The communication plan begins with a clear, inspirational message from the hospital’s CEO and executive-management team, underscoring the need for cultural change. General messages we have found to be effective include “Be the change you want to see” and “We can’t solve problems using the same thinking we used to create them.”
In addition, the program’s specific goals must be communicated clearly: improved patient safety, higher quality of care, greater patient satisfaction with treatment, and a better work environment, for example. Both the inspirational message and the program’s goals should then be conveyed to the staff regularly through a variety of formats, including town hall meetings, intranet articles, e-mails, and cafeteria displays. Communications should also make clear that the performance-improvement program is one of the hospital’s top priorities for the coming year.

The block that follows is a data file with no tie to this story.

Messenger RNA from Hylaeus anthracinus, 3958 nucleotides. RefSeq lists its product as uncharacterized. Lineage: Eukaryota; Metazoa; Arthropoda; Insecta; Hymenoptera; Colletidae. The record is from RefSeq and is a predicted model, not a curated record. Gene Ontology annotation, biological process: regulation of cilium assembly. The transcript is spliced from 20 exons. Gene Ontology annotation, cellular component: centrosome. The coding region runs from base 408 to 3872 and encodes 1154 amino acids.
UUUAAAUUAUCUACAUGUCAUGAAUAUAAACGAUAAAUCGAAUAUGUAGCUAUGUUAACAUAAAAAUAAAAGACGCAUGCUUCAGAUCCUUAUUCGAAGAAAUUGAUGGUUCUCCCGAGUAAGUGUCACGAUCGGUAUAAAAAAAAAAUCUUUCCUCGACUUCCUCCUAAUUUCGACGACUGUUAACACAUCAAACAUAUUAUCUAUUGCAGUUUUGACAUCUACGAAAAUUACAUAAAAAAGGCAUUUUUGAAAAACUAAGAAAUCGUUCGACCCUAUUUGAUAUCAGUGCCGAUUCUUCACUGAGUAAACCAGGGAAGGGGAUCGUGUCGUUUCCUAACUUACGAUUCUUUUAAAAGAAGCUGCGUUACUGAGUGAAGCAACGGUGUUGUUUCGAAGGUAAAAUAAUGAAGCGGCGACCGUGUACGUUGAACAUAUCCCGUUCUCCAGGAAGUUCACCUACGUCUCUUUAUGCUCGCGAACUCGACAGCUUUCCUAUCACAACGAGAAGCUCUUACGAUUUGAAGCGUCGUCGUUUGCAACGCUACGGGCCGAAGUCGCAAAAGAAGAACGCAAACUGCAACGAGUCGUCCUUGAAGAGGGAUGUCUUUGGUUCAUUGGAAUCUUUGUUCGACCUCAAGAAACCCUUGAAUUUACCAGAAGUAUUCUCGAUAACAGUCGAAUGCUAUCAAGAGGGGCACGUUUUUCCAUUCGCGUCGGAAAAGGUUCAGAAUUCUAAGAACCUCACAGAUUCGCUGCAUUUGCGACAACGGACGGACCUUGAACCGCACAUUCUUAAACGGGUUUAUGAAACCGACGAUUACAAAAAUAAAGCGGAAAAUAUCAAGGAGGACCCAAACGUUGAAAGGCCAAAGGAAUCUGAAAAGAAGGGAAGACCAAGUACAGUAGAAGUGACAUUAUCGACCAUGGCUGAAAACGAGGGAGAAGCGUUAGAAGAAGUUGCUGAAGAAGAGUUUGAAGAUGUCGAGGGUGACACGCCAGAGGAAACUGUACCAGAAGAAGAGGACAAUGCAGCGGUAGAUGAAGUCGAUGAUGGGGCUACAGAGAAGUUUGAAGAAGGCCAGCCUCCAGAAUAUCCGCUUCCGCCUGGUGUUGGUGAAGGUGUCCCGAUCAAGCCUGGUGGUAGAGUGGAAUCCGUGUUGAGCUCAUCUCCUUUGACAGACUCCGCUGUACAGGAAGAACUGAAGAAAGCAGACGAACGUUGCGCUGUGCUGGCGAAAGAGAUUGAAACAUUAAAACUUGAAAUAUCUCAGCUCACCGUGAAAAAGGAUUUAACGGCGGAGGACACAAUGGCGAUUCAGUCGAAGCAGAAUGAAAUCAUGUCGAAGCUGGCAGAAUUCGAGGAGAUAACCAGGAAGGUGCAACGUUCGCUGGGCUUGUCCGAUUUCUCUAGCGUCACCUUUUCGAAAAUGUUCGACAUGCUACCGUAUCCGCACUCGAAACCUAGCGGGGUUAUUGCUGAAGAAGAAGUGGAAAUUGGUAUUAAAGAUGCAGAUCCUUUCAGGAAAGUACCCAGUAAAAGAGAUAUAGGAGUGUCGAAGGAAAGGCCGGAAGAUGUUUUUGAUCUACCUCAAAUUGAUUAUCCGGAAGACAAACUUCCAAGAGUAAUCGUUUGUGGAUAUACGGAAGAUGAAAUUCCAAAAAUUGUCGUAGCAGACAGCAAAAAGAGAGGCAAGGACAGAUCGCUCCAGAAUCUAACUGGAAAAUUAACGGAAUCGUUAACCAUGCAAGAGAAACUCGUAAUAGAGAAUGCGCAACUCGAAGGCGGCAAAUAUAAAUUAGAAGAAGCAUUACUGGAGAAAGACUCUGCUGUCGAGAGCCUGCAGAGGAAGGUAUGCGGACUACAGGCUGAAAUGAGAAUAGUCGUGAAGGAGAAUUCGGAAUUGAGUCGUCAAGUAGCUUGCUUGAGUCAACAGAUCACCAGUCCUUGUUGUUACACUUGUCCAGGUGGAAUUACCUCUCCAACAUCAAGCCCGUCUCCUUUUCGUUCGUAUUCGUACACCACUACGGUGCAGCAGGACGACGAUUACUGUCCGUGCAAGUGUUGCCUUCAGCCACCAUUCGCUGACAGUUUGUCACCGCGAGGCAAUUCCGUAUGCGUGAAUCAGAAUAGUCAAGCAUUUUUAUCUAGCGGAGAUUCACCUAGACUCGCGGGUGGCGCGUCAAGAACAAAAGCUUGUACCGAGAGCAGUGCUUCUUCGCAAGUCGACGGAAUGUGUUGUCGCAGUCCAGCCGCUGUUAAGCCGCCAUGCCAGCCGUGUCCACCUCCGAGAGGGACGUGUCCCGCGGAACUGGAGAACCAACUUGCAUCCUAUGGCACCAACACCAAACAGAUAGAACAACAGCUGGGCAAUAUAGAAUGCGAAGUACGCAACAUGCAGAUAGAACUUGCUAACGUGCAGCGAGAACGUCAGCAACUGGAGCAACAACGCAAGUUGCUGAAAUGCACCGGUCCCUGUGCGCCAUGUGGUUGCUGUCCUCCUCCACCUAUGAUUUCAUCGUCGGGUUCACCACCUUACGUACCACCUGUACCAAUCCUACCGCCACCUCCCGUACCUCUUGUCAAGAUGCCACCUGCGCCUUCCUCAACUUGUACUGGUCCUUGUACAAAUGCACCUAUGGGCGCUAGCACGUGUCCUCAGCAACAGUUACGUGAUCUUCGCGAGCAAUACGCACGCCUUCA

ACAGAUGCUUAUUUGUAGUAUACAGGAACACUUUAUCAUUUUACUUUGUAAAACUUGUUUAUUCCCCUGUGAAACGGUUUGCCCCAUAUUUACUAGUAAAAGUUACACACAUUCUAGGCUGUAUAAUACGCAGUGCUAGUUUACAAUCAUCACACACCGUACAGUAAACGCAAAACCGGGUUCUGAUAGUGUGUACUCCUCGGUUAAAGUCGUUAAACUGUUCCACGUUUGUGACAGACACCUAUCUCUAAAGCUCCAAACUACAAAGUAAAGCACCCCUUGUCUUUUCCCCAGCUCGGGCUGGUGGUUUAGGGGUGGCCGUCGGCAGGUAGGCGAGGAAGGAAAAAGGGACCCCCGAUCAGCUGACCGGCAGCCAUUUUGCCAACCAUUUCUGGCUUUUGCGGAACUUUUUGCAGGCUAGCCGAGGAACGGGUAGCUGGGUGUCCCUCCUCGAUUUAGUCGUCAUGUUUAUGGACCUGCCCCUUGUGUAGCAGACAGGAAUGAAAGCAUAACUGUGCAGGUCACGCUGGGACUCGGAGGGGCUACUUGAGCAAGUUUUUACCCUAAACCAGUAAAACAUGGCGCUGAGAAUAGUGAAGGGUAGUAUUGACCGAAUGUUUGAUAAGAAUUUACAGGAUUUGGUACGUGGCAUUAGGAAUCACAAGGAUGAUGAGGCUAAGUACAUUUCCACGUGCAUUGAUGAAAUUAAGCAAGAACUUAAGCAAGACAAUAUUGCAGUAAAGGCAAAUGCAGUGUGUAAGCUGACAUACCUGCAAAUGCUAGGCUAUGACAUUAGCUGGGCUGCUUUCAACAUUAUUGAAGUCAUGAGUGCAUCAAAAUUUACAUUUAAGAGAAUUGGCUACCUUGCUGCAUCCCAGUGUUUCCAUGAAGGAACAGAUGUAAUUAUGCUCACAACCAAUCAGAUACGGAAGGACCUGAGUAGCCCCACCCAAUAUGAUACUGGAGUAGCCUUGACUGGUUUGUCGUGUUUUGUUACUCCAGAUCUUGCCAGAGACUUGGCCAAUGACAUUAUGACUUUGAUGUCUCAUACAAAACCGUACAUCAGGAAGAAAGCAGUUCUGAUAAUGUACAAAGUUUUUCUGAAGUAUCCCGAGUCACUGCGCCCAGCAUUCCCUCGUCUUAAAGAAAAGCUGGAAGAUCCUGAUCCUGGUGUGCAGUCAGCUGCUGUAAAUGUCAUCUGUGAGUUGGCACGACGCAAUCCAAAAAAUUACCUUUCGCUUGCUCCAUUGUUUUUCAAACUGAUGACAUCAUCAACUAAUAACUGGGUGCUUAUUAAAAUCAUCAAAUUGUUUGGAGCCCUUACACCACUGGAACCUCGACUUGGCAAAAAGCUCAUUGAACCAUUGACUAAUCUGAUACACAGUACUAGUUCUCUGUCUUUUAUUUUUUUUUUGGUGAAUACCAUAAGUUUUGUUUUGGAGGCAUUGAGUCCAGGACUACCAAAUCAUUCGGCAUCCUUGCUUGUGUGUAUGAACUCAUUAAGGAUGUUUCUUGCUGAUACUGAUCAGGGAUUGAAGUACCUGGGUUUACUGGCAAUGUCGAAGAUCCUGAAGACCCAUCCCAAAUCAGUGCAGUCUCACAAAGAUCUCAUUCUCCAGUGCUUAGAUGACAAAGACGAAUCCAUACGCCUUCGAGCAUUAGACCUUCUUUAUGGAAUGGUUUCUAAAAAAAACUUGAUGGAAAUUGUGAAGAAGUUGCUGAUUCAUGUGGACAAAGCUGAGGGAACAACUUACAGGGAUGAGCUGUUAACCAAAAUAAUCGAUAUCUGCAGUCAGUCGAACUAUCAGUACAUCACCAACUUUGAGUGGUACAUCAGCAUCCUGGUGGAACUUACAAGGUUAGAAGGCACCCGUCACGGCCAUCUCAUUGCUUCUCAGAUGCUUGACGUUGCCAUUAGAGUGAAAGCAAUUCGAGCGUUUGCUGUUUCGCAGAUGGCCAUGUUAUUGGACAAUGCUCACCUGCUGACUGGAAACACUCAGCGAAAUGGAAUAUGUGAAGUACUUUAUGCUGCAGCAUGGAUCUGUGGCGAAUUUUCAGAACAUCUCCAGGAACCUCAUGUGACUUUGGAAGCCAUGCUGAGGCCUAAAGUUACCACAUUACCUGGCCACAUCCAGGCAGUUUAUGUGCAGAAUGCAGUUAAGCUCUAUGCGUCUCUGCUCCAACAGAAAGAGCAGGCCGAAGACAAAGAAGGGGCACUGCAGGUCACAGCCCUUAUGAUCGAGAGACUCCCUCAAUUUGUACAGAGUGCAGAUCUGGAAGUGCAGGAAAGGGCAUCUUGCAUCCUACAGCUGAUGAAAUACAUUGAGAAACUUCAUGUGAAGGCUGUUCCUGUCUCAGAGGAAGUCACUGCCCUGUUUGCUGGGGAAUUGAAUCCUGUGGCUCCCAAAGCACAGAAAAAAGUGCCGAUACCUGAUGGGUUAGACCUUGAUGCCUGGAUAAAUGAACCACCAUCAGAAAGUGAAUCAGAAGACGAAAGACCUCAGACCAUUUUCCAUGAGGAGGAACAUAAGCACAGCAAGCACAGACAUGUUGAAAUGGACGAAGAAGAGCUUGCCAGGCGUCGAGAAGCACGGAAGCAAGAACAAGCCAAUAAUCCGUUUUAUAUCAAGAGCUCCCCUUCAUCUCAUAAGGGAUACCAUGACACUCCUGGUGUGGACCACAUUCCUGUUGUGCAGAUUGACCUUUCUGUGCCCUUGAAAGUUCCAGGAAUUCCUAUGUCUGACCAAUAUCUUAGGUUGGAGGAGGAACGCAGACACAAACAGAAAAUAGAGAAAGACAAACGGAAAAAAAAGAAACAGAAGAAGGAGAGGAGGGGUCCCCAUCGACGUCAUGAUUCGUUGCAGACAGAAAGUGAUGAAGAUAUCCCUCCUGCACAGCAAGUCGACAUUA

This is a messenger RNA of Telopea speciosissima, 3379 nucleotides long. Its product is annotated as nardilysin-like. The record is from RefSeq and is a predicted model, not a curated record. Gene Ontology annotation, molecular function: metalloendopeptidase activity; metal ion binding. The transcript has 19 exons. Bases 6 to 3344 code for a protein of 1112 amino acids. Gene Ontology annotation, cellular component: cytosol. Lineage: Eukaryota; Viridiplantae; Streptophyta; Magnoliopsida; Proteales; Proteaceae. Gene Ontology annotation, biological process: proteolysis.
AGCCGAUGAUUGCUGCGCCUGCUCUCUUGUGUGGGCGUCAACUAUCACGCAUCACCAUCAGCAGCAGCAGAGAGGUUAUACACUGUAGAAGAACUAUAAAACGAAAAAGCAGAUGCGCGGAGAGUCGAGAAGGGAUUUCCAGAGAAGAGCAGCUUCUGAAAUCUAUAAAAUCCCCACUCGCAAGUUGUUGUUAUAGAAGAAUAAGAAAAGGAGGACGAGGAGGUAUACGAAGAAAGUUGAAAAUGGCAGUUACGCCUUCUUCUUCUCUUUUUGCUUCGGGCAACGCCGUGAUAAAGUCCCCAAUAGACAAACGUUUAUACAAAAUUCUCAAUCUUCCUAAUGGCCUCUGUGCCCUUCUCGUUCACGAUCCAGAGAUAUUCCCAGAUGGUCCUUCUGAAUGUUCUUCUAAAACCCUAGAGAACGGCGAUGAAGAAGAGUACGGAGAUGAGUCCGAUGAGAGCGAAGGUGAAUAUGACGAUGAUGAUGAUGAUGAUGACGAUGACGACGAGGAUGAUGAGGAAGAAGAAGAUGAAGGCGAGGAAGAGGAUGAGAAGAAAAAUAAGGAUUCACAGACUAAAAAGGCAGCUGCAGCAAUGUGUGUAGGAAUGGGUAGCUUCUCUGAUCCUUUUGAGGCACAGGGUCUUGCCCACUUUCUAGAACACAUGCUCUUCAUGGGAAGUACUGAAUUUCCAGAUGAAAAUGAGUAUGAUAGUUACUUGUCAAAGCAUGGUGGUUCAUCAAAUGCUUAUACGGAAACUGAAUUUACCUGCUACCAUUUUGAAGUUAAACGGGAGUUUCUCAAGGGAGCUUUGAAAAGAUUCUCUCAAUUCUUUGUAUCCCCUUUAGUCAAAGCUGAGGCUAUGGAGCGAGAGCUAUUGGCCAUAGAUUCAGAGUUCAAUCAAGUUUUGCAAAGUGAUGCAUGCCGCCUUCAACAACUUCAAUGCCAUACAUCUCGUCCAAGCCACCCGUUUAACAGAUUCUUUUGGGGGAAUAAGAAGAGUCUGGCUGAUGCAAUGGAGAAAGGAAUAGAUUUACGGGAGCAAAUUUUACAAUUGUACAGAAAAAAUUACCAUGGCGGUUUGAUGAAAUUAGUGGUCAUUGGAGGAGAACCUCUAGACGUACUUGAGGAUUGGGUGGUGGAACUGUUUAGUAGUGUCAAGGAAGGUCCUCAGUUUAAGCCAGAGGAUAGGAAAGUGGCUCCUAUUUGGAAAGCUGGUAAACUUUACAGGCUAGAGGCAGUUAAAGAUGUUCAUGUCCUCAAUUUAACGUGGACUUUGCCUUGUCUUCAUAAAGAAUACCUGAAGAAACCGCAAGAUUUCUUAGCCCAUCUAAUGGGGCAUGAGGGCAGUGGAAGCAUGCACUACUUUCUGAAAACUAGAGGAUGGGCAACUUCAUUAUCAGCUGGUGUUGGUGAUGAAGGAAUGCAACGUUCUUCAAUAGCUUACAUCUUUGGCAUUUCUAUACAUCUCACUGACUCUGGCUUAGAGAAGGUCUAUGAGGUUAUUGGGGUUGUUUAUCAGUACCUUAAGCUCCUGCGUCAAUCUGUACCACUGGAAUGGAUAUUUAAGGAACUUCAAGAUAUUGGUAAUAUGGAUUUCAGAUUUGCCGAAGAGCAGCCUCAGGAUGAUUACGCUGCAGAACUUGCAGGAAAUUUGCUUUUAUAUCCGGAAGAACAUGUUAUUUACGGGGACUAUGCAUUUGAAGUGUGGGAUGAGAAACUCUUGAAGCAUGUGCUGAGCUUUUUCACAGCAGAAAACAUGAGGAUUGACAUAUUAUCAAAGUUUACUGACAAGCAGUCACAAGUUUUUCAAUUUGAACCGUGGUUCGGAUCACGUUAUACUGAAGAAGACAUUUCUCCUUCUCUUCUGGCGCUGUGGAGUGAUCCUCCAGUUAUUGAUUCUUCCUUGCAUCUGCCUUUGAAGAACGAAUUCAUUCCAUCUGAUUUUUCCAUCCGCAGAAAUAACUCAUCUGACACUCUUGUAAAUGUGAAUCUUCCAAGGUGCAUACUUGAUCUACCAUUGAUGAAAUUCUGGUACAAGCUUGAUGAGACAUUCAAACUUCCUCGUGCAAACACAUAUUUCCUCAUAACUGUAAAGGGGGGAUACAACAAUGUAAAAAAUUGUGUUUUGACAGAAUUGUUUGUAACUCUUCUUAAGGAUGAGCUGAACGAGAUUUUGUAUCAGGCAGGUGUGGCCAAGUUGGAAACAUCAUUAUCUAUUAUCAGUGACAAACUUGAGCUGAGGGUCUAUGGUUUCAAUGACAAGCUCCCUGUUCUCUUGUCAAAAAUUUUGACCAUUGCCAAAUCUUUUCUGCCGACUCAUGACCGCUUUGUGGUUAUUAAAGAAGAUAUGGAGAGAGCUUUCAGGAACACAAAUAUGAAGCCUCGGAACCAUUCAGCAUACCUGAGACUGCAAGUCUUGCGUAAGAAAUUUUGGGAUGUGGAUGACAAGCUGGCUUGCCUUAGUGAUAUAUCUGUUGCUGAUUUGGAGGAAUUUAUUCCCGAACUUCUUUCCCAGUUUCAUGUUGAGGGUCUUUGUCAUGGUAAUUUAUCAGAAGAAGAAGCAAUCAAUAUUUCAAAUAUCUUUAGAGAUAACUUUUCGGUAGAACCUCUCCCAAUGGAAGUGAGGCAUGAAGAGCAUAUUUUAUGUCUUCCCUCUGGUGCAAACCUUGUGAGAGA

Before the program begins, surveys and focus groups should be conducted to gauge the staff members’ attitudes, discover the specific issues that are most likely to resonate with them, and identify the barriers most likely to hinder change. The questions asked should stress both the positive (“What strengths can we take advantage of to improve?”) and the negative (“What’s wrong?”). At this stage, listening is critical—even the best communication plan will fail if the information it conveys is not something the staff cares about.